vehicles designed for use mainly on public highways. This includes road testing and delivery. This exclusion (A.6.) does not apply to the ownership, maintenance or use of "your covered auto" by:
b. any "family member"; or
c. any partner, agent or employee of you or any "family member".
Universal counters that the exclusion is invalid as against the public policy expressed in the Delaware Motor Vehicle Financial Responsibility Law, 21 Del. C. § 2901-72, and the No-Fault Statute, 21 Del. C. § 2118.
The Superior Court ruled that, while Travelers was the primary insurer with a duty to defend the Laird litigation, its obligation was limited to providing the coverage mandated by law, i.e., the $15,000/$30,000 statutory minimum. The court upheld the applicability of the automobile-business exclusion in the Travelers policy for coverage above the statutory minimum. The court also ruled that Universal and Travelers must share equally in the cost of defending the Laird litigation. Universal has appealed both rulings.
The Superior Court's interpretation of an insurance policy is a determination of law subject to a de novo standard of review. Hudson v. State Farm Mut. Ins. Co., Del.Supr., 569 A.2d 1168, 1170 (1990); Merrill v. Crothall American, Inc., Del.Supr., 606 A.2d 96, 99 (1992). Thus, our review here requires that we determine whether Travelers' automobile-business exclusion is enforceable as a matter of law. Similarly, since an insurer's obligation to defend under a policy of liability insurance is controlled by the terms of the policy, read against applicable legal standards, the extent of Travelers' duty to defend is equally a matter of law.
We begin our analysis with an examination of the statutory requirements which underlie the issuance of automobile liability insurance. While the parties to a contract of insurance in this State are free to agree to certain aspects of their mutual undertakings, this Court has made clear that public policy has engrafted significant restrictions on an insurer's ability to dictate the terms of the insurance contract. State Farm Mut. Auto. Ins. Co. v. Wagamon, Del.Supr., 541 A.2d 557, 561 (1988); Bass v. Horizon Assurance Co., Del.Supr., 562 A.2d 1194, 1197 (1989).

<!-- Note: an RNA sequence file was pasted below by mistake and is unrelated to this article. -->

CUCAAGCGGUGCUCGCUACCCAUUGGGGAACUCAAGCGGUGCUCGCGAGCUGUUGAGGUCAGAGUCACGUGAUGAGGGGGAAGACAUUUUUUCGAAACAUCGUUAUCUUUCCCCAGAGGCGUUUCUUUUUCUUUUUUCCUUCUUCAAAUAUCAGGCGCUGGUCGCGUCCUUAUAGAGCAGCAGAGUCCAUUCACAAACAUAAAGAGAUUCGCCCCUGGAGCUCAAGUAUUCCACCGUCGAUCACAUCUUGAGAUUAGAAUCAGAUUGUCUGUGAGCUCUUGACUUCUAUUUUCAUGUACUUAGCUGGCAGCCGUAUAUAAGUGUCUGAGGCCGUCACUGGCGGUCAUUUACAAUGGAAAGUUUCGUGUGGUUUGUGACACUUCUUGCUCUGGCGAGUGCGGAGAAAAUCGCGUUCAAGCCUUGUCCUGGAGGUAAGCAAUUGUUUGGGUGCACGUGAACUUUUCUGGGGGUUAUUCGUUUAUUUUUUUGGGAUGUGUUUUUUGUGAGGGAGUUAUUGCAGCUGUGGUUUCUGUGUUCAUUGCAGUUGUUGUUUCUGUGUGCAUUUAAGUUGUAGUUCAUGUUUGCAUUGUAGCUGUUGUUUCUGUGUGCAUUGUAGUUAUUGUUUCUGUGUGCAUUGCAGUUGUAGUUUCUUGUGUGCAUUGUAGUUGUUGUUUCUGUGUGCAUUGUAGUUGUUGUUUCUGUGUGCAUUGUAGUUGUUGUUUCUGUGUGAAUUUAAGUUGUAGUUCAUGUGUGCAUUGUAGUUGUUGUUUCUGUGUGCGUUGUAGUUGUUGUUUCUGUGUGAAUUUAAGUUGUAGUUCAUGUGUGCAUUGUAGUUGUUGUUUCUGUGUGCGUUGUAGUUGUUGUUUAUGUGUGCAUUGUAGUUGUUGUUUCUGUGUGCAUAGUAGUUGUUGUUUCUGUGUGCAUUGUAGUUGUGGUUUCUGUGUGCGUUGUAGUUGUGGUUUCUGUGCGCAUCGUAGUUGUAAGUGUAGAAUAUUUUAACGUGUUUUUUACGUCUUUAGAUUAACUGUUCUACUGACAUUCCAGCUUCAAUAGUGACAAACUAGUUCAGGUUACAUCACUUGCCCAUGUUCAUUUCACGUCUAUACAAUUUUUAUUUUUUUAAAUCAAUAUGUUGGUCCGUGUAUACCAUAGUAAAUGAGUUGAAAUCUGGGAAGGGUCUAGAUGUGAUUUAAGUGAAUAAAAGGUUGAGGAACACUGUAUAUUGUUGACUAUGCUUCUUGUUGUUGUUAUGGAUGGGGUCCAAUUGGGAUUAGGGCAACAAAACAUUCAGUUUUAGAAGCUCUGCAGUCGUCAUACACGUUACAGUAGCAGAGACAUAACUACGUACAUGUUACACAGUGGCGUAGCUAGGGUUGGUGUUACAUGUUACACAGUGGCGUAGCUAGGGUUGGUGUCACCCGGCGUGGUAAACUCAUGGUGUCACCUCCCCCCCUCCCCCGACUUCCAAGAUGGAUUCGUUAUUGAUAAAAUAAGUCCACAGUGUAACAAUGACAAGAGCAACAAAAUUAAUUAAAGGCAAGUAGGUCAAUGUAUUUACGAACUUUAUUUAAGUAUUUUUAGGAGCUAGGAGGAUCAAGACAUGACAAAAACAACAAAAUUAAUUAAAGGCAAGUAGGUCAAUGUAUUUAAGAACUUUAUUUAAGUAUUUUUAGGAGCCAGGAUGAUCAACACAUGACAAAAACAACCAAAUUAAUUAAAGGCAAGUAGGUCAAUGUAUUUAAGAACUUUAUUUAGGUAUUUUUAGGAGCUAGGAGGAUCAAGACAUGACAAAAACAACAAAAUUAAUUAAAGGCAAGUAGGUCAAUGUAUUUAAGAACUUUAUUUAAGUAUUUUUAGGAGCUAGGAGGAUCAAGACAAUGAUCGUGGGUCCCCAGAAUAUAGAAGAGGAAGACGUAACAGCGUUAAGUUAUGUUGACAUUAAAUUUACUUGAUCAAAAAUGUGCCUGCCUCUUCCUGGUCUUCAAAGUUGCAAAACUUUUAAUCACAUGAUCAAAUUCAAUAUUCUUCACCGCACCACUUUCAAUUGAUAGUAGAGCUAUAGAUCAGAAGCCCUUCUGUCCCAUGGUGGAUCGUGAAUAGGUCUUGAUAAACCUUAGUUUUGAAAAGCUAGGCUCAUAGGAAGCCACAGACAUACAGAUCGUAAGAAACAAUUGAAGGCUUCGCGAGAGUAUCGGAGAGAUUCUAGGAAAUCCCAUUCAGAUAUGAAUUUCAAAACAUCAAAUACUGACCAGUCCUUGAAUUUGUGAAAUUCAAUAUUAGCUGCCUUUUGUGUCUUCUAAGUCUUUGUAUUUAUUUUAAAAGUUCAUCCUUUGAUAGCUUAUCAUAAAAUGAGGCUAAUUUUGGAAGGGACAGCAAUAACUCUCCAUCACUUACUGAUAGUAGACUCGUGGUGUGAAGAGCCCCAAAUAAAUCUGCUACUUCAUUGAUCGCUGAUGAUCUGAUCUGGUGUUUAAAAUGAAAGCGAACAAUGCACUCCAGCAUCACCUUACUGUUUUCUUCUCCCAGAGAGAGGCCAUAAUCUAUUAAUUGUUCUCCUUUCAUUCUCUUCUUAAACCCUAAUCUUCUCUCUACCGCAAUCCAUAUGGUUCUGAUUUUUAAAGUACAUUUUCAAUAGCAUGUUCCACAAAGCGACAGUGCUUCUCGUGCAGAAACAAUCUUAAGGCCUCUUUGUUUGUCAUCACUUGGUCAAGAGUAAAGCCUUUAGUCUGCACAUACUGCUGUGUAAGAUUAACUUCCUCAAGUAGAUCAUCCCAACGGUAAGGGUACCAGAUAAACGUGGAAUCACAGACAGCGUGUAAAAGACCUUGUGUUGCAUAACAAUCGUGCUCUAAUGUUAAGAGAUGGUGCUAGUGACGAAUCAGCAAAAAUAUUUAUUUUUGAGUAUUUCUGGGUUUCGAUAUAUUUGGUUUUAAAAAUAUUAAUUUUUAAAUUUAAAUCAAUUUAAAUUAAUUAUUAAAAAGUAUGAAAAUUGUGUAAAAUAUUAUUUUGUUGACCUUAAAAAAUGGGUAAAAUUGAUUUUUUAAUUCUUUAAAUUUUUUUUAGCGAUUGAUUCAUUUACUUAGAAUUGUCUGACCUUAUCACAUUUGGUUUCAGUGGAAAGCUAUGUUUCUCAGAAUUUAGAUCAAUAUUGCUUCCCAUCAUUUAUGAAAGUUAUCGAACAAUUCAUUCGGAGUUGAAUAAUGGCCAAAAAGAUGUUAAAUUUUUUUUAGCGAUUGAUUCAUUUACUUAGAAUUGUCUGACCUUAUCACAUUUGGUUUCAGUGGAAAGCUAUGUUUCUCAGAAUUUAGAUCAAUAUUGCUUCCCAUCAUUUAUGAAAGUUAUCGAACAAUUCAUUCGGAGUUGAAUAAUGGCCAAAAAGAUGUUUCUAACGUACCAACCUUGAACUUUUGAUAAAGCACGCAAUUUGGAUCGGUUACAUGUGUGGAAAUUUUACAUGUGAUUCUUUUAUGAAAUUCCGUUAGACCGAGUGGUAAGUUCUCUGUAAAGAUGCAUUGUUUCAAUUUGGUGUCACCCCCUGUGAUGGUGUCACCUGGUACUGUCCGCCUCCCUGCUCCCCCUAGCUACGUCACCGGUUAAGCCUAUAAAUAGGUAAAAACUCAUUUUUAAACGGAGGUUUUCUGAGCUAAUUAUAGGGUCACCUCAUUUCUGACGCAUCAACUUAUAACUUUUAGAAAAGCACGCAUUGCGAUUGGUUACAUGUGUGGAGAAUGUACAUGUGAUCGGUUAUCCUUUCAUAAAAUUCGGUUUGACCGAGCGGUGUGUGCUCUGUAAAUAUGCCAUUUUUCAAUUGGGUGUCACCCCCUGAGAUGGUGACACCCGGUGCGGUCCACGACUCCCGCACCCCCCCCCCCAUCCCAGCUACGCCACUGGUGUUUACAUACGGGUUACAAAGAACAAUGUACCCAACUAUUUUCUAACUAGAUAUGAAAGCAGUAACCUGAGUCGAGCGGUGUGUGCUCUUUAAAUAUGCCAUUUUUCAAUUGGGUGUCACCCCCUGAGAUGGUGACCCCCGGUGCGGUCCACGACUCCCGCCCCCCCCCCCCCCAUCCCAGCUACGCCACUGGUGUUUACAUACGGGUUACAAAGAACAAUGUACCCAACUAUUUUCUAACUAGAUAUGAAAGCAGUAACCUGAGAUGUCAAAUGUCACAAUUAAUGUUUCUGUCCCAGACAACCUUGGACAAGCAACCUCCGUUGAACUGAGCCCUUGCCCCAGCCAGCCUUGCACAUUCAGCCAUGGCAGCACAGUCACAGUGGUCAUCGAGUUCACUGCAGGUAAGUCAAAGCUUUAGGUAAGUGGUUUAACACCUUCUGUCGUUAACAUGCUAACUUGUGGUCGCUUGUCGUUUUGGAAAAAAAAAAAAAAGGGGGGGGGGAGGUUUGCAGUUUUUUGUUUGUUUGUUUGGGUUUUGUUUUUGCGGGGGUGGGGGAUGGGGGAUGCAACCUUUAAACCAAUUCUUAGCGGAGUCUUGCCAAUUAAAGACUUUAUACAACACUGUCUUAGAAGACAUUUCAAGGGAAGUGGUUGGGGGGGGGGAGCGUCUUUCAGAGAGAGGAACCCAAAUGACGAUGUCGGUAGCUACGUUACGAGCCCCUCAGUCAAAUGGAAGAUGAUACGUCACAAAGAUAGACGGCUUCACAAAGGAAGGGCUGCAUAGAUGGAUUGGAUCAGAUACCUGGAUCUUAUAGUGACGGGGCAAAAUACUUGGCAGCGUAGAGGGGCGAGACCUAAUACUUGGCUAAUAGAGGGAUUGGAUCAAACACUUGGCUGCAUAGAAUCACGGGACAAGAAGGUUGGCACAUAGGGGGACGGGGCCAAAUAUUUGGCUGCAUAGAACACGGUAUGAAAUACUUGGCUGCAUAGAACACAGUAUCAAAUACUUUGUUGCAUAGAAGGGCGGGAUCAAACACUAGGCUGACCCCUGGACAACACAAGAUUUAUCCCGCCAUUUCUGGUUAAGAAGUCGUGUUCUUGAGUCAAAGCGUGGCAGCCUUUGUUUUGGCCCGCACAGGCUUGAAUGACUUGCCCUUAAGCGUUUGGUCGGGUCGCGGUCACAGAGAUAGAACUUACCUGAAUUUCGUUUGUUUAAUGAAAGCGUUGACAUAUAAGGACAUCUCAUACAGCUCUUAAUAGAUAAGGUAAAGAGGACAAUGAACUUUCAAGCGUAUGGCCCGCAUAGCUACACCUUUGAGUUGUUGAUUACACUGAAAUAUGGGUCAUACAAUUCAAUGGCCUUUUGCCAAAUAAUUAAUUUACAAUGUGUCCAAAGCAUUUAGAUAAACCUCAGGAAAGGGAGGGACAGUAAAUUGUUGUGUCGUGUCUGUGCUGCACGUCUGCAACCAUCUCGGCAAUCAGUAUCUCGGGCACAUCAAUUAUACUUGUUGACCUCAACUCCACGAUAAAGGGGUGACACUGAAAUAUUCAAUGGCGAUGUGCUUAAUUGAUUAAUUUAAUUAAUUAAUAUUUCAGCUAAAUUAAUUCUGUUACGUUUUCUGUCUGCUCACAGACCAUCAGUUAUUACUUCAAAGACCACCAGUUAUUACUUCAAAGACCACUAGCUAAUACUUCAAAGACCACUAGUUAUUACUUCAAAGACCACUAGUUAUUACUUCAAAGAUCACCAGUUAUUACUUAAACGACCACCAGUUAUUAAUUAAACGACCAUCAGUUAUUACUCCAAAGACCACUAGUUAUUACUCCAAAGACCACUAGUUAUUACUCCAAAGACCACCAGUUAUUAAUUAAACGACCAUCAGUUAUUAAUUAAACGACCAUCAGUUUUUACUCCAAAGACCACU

Similarly, the Delaware Motor Vehicle Financial Responsibility Law, 21 Del. C. ch. 29, which requires that owners of all motor vehicles registered in Delaware secure liability and no fault insurance coverage in stated limits, restricts the insured's contractual choices. Every policy of insurance must provide liability insurance of at least $15,000 per person and $30,000 per occurrence for the benefit of "the person named therein and any other person, as insured, using any such motor vehicle . . . with the express or implied permission of such named insured. . . ." 21 Del. C. § 2902(b)(2). This Court has construed this provision as an absolute mandate of liability coverage "up to the stated limits" for the named insured and a permitted user of the motor vehicle. State Farm v. Wagamon, Del.Supr., 541 A.2d 557, 560 (1988). Harris v. Prudential Property Casualty Ins. Co., Del.Supr., 632 A.2d 1380, 1381-82 (1993).